“ It’s just blatant non-compliance with the law,” says Mikuriya, who, at 62, still seems slightly surprised that not everybody took their civics lessons as seriously as he did. “You have the government blocking safe, affordable access when the law says it has to ensure safe and affordable access. They’re acting directly contrary to the wording of the law and the will of the people.” The law he refers to is section 11362.5 of the California Health and Safety Code —born as Prop 215.

Mikuriya was not keen to make the three-hour drive to the Sierra foothills. He’d had to cancel appointments because Tuolomne County Superior Court Judge Eric DuTemple —a Republican, like every superior court judge appointed in California in the last 16 years— had refused to accept into evidence a written declaration confirming and explaining Mikuriya’s recommendation of mj to William D.. DuTemple had also rebuffed the public defender’s attempt to have Mikuriya designated an expert witness —which would have meant remuneration of $400 an hour, the going rate for medical expert testimony.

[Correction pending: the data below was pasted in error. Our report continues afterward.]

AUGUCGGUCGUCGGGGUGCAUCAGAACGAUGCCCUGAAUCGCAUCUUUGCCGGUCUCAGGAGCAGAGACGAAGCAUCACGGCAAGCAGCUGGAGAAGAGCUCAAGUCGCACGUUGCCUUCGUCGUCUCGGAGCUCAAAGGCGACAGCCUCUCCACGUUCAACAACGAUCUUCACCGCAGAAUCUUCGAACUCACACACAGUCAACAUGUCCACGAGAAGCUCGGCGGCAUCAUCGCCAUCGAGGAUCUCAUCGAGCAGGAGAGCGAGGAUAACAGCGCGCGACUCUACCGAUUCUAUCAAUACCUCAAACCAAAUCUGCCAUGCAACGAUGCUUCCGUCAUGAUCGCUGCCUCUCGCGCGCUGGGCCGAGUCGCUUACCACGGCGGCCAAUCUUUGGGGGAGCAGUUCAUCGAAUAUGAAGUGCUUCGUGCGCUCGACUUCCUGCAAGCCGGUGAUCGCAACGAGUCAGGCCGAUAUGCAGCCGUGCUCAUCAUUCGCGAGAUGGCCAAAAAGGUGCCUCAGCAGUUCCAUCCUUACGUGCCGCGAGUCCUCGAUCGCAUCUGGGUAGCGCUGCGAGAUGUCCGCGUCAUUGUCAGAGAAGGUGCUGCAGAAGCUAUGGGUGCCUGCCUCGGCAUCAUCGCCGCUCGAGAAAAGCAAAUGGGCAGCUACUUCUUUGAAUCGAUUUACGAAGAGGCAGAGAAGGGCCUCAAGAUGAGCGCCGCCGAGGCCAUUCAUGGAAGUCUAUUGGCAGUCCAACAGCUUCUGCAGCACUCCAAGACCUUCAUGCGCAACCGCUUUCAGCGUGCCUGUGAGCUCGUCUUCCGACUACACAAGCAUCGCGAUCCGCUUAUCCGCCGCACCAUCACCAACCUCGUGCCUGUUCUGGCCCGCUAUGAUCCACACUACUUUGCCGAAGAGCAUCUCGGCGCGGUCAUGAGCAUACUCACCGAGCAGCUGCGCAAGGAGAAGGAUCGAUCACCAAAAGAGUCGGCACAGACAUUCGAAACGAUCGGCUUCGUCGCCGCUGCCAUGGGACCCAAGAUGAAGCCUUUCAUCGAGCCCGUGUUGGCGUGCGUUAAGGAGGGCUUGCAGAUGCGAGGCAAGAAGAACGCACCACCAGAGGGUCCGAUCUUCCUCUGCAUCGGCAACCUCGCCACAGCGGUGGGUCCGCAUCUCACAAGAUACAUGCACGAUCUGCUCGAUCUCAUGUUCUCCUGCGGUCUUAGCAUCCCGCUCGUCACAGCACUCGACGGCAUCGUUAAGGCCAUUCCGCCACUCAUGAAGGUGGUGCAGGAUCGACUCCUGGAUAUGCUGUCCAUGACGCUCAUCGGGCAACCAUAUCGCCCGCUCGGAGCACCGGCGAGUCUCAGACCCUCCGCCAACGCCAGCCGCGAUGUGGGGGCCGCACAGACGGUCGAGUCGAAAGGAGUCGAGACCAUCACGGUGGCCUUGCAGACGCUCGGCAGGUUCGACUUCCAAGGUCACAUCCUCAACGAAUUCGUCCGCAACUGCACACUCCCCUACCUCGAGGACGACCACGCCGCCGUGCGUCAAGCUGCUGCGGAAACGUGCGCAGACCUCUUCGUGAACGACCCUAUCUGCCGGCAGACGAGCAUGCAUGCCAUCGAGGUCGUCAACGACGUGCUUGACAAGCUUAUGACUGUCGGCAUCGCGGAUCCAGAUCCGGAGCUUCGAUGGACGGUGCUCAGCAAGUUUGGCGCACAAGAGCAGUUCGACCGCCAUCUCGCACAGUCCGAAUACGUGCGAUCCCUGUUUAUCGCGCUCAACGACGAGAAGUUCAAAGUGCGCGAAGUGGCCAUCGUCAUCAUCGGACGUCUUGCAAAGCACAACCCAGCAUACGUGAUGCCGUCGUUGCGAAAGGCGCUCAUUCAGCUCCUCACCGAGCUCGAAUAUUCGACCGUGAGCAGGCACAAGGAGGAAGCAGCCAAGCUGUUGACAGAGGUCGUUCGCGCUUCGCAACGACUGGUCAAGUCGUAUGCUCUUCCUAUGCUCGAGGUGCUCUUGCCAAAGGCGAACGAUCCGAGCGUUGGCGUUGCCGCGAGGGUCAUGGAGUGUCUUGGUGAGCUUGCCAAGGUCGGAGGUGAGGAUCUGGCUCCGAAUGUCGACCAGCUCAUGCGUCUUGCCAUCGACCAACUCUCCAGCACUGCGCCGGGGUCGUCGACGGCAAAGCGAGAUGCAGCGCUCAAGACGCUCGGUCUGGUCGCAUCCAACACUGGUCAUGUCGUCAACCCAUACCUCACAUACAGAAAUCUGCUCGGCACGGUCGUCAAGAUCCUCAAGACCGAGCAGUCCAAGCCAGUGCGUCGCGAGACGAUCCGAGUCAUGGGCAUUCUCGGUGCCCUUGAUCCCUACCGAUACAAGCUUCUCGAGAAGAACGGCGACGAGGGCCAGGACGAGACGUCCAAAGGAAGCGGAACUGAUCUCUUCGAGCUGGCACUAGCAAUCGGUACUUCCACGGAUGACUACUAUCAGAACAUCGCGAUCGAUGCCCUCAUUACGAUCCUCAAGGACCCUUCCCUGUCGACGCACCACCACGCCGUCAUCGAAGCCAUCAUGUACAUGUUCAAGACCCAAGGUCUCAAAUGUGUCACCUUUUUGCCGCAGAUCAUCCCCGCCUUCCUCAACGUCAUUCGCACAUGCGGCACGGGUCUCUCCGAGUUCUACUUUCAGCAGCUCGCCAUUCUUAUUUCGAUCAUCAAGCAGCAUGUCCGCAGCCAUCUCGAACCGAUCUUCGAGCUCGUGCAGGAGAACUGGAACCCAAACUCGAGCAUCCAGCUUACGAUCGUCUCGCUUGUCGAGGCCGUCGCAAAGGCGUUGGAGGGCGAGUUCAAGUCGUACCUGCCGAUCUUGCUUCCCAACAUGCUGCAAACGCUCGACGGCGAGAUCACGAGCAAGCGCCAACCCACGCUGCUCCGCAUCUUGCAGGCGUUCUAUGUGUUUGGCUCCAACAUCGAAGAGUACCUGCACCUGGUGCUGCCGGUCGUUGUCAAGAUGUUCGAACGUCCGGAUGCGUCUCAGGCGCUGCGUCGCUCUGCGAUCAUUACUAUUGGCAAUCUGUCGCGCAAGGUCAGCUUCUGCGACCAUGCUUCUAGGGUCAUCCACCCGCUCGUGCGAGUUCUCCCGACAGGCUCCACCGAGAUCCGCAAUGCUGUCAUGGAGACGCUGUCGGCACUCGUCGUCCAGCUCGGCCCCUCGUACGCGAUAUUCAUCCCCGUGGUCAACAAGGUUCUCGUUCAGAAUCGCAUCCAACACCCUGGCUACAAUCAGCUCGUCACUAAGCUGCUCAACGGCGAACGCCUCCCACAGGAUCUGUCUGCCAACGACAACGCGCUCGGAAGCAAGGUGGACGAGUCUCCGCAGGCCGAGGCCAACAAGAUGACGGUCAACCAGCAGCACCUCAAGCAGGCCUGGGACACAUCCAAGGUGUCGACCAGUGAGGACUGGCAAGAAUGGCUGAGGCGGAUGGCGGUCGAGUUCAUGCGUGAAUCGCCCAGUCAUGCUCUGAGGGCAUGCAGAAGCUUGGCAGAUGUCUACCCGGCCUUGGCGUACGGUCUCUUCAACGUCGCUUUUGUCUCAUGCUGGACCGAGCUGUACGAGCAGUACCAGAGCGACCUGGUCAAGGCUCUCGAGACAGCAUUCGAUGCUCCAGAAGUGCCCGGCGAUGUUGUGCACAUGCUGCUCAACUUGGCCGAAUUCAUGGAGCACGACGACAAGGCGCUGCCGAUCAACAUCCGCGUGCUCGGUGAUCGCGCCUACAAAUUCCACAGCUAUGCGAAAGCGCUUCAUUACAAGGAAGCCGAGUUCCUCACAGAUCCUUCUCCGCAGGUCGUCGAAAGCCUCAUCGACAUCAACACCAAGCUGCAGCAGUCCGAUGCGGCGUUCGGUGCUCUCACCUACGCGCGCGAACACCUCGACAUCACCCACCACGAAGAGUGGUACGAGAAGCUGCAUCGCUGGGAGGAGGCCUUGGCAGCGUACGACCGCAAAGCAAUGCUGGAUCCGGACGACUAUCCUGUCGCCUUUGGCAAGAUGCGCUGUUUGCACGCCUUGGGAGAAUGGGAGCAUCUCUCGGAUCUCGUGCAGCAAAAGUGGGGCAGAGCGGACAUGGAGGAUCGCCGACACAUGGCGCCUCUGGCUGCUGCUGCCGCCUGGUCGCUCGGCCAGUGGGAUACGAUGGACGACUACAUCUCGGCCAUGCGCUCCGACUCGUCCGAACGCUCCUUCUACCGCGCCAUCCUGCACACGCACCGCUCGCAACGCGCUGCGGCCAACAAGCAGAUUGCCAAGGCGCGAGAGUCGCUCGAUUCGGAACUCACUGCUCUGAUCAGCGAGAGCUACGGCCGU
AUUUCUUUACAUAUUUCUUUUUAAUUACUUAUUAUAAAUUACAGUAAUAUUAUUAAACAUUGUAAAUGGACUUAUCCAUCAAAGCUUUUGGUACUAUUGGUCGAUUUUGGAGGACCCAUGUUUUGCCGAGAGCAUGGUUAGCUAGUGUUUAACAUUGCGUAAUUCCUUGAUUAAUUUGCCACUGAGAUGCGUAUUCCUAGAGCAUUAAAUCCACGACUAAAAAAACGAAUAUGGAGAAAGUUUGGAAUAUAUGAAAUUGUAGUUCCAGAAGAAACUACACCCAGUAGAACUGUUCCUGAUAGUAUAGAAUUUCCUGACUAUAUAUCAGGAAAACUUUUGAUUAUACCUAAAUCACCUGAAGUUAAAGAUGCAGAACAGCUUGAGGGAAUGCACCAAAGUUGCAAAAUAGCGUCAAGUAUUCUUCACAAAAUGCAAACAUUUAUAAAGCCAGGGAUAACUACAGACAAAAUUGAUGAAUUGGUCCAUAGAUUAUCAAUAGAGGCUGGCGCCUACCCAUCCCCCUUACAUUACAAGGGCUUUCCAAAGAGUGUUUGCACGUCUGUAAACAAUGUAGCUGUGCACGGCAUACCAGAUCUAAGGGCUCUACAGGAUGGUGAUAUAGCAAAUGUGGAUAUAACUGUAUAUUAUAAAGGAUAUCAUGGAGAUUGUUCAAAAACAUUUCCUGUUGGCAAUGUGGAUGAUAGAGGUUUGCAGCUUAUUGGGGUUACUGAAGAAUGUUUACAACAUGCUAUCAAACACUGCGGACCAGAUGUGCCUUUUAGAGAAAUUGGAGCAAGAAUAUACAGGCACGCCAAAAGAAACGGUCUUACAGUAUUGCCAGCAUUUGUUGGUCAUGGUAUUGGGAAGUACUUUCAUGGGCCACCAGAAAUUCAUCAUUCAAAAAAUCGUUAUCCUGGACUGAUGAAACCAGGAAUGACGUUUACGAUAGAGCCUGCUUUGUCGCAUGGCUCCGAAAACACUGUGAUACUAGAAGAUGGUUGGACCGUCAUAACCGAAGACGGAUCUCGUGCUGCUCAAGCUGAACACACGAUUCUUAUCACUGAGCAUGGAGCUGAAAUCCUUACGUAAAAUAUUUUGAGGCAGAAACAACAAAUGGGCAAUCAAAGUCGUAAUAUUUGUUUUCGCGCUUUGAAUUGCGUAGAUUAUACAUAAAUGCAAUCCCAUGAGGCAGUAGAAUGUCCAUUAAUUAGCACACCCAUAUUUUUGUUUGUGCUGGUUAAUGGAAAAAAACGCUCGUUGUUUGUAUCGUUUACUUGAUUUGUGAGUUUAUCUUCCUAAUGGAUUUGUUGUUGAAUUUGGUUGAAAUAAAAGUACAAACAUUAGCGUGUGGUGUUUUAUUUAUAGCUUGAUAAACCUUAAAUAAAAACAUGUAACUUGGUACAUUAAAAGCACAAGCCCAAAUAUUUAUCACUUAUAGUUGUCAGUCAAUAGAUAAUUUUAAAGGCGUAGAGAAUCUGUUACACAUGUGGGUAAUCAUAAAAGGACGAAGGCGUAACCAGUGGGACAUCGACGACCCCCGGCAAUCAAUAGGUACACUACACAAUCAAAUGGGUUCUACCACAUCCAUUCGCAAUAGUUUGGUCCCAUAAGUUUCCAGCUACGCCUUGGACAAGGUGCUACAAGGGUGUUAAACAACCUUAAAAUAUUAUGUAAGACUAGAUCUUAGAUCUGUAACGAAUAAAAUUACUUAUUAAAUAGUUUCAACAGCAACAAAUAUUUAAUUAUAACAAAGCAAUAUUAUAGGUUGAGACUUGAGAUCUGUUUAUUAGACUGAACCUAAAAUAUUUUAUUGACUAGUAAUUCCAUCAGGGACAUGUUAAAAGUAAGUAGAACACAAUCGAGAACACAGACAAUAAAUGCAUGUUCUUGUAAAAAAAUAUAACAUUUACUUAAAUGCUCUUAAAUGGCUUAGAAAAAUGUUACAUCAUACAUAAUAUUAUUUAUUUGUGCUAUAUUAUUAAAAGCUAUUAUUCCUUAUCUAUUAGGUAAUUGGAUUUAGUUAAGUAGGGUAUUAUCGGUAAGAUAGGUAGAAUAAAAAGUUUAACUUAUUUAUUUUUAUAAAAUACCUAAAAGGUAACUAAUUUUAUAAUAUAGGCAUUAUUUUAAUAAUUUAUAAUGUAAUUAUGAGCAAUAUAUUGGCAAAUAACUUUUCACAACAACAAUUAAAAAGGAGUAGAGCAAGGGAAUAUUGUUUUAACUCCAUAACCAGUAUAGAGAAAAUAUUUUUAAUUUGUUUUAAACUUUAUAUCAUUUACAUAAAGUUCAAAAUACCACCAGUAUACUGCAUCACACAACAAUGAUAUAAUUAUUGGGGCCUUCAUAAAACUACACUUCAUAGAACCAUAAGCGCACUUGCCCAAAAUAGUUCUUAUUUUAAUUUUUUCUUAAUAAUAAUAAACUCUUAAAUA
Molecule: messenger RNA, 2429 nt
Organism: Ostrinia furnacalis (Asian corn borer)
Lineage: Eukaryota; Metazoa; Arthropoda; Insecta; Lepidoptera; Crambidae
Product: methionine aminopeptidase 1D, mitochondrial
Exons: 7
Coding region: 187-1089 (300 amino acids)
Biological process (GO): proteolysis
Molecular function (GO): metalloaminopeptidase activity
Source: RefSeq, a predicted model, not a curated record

Mikuriya has been denied expert witness status by judges in several other counties and is filing complaints against them with a state agency called the Commission on Judicial Performance. He testified without remuneration at a hearing in Humboldt for Pebbles Trippet, and will do so again at her trial. (It’s scheduled for Oct. 19. The four charges against Trippet are possession and transportation, which she doesn’t deny, and intent to sell and driving while impaired, which she denies unequivocally.